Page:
These cheap, long-lived light sources have come on in leaps and bounds over the past few years – although they have been used as early back as 1962 they have only recently been perfected for lighting – and now are a genuine choice for every consumer.
But will the LED Bulbs take over lighting?
To judge this it is good to take into account its rivals – the traditional incandescent bulb, halogen lamps, tube fluorescent lights and CFL’s (Compact Fluorescent Light).
Government action is definitely on LED’s side with regard to it replacing the old incandescent bulb. In the European Union most types of incandescent bulbs are banned, with only existing stock allowed to be sold. Halogens are also due to go, meaning even those who prefer the light and don’t worry about the cost will have to change. Canada too has taken action, but the USA still allows the incandescent bulbs. As the US is a major market the death of the traditional light-bulb may be a slow one, but attitudes and new technologies driven by the rest of the west will still have an impact.
Tube fluorescents are not direct rivals to LED’s in most homes, but their alternative form, the CFL, is.
CFL’s have energy saving advantages, and like LED’s are often designed to fit existing light fittings. However they have multiple disadvantages that make LED Bulbs a more attractive choice. Firstly there is that annoying wait for the bulb to reach its full brightness. While improvements have been made, this is a common bugbear which turns many people off CFL’s. Another problem is that visually they are relatively ugly. In covered fittings this may not be such a problem but in open fittings a LED often is the better look.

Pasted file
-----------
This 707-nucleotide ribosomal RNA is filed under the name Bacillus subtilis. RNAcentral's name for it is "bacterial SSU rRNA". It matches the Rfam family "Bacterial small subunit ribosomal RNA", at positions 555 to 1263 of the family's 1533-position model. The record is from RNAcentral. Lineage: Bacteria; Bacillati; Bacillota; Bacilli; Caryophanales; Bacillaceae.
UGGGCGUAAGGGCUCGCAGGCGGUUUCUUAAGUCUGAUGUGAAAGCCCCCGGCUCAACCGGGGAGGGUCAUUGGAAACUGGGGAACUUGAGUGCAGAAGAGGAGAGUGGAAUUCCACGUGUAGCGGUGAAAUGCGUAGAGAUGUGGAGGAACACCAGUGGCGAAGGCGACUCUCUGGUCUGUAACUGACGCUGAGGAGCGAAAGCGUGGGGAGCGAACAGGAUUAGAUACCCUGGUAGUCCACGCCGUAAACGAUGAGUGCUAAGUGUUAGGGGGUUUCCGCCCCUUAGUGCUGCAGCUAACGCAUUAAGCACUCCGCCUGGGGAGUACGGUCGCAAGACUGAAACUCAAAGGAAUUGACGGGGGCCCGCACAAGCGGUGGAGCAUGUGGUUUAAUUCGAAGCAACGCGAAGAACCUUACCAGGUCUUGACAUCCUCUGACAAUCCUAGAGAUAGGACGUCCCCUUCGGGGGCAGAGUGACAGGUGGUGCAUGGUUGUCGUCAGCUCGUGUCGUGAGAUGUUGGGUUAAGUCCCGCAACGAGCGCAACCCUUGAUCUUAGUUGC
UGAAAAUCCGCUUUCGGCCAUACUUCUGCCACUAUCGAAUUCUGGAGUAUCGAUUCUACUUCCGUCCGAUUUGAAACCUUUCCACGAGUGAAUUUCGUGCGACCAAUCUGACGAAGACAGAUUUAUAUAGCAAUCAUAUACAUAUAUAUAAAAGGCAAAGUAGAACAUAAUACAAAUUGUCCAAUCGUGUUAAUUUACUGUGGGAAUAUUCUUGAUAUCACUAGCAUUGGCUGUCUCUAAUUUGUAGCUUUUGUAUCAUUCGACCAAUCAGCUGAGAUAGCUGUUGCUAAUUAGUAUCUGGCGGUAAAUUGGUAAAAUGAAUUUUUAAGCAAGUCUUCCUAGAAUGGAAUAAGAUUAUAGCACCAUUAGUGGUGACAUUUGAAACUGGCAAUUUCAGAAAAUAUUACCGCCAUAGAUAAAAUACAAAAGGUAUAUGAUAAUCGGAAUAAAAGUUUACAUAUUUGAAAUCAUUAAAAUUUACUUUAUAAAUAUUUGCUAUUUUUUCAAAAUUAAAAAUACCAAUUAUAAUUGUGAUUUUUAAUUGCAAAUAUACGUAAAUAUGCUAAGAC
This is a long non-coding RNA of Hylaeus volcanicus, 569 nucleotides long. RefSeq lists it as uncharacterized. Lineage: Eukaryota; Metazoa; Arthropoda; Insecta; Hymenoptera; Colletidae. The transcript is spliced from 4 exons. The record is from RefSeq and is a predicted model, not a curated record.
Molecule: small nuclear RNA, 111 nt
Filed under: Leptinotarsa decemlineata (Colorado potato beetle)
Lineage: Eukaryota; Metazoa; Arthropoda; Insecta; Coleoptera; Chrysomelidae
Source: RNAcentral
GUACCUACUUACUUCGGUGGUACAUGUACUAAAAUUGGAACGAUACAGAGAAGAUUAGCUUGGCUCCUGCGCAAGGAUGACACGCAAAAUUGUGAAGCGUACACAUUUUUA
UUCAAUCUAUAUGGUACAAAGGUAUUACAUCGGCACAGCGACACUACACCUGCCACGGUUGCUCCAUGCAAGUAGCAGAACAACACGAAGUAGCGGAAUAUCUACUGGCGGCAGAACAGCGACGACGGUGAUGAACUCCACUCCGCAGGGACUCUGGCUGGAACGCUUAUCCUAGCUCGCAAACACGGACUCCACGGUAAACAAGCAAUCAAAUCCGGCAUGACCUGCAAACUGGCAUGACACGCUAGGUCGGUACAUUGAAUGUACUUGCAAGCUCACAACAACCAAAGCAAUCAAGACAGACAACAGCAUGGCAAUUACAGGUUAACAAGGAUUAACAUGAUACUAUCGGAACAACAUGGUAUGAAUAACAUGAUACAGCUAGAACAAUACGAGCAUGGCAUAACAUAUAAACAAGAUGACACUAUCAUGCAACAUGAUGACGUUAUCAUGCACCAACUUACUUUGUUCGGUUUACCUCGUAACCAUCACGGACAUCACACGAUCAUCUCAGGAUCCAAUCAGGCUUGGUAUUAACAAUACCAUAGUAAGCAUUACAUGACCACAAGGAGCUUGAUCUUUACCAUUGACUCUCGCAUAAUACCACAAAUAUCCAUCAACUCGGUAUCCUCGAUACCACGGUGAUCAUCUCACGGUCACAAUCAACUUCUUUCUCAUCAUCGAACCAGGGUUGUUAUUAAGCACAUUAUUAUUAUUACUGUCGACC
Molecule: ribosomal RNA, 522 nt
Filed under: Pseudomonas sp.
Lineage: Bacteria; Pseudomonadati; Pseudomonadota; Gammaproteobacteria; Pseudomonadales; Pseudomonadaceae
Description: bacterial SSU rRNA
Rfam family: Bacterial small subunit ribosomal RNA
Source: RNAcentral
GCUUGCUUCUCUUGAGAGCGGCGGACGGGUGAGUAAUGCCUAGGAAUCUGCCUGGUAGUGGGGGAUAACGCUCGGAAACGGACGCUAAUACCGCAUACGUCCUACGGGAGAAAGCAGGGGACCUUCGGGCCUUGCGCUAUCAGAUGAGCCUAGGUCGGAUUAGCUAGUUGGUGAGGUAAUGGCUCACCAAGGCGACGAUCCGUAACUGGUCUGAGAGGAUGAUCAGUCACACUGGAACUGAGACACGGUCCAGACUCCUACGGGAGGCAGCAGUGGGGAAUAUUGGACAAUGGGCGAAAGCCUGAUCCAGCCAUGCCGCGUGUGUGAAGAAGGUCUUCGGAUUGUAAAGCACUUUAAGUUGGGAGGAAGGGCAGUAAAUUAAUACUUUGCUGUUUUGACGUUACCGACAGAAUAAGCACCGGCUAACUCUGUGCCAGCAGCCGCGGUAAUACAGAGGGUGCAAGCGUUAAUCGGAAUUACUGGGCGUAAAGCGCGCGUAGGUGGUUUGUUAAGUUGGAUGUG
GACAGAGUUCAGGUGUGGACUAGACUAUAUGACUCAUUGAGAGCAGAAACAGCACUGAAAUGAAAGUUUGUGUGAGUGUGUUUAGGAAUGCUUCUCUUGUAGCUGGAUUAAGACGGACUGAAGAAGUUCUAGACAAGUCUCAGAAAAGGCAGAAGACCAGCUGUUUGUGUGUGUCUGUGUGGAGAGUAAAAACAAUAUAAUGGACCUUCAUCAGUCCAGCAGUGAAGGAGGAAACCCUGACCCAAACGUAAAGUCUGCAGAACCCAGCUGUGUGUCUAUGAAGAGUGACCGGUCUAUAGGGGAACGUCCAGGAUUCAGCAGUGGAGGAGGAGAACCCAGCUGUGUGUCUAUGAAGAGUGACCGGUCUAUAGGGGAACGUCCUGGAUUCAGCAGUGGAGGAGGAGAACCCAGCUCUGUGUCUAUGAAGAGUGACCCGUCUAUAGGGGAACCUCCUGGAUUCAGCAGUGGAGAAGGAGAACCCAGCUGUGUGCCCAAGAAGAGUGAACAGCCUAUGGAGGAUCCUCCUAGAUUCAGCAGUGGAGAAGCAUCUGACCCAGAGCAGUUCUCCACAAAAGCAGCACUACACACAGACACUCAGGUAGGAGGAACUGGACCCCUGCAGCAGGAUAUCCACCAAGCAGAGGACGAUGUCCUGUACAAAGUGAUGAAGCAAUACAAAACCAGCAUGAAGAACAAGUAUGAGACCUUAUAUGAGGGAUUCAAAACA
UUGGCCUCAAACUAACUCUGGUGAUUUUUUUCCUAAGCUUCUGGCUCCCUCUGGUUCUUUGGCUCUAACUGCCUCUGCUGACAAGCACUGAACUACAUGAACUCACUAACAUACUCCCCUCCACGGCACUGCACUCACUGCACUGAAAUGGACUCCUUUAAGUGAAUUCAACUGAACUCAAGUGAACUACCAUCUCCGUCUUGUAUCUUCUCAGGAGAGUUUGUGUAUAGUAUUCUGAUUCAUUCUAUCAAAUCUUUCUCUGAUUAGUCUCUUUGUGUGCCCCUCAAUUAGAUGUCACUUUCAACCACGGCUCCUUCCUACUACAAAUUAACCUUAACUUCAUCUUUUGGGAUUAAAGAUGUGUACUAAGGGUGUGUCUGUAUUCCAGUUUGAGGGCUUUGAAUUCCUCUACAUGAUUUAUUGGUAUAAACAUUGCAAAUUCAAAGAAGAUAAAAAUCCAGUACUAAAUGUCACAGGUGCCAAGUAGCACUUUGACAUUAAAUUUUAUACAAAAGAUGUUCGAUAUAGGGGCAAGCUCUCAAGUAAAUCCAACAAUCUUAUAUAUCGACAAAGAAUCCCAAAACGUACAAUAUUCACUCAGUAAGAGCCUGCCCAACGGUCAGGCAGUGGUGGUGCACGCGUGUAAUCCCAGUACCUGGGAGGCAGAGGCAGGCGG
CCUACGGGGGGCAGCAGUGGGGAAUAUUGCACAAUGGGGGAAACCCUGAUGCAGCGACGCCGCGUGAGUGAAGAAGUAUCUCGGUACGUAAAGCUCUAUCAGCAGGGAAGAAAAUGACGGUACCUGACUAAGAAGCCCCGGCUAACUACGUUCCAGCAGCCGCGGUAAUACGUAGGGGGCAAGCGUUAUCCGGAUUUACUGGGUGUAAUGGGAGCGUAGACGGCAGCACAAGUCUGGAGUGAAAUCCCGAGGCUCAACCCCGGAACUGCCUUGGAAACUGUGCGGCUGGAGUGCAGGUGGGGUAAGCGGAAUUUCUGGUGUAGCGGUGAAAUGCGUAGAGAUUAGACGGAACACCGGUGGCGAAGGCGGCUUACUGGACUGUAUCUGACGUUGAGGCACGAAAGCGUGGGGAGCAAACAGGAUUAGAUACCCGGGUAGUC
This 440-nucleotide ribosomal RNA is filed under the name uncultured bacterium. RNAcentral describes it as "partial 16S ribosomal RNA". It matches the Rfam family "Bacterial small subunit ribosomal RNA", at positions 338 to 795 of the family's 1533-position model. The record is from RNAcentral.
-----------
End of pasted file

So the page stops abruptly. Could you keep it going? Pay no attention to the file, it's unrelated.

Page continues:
So what can the CFL do that the LED can’t?
For a start, the initial cost is less. This is an advantage, but the fact that a LED will typically last far longer than a CFL and therefore save you more money in the long run, means that many people will discount this. Not only does this make LED’s attractive already but going forward prices will likely fall as they become even more common and the technology advances. The other CFL advantage is the actual light given off- LED’s have different qualities than CFL’s and some may prefer the latter. Overall though, the LED wins hands down.
What about the practicalities of changing from halogen/incandescent to LED?
While LED’s come in all shapes and sizes, it may be necessary to replace some fittings for them to work in current fixtures. This is likely to result in a slower uptake among people who don’t want the hassle of such work, and for whom the potential savings will be eaten up with the actual cost of installation. Dimmer switches will also restrict your choice, but dimmable LEDs, more expensive of course, are available. Since initial cost can be a barrier this will again reduce uptake, but those who do make the switch will still see savings.
But the future may be not the LED as we know them. OLEDs, the ‘O’ standing for Organic, are being used in mobile phone and tablet screens in order to make them flexible. At the moment they are not really suitable for anything other than lamps- of which some very expensive models already exist- but may in the future allow for a new type of lighting that would be used in completely new ways. Customisable lighting, allowing you to cheaply rearrange your style and areas of lighting is one of the possibilities such an advance could open up. But will the public want to move to this future? LED’s will most likely remain more efficient, cheaper and closer to traditional lighting, meaning only those wanting modernity will switch to OLED’s.
So are LED’s the future of lighting?
Almost certainly. CFL’s will probably survive, but LED’s should keep growing and eat up a huge amount of their market share, with newer technologies unlikely to displace this practical form of lighting, so it might just be worth changing your fixtures to ones more suitable for LED’s.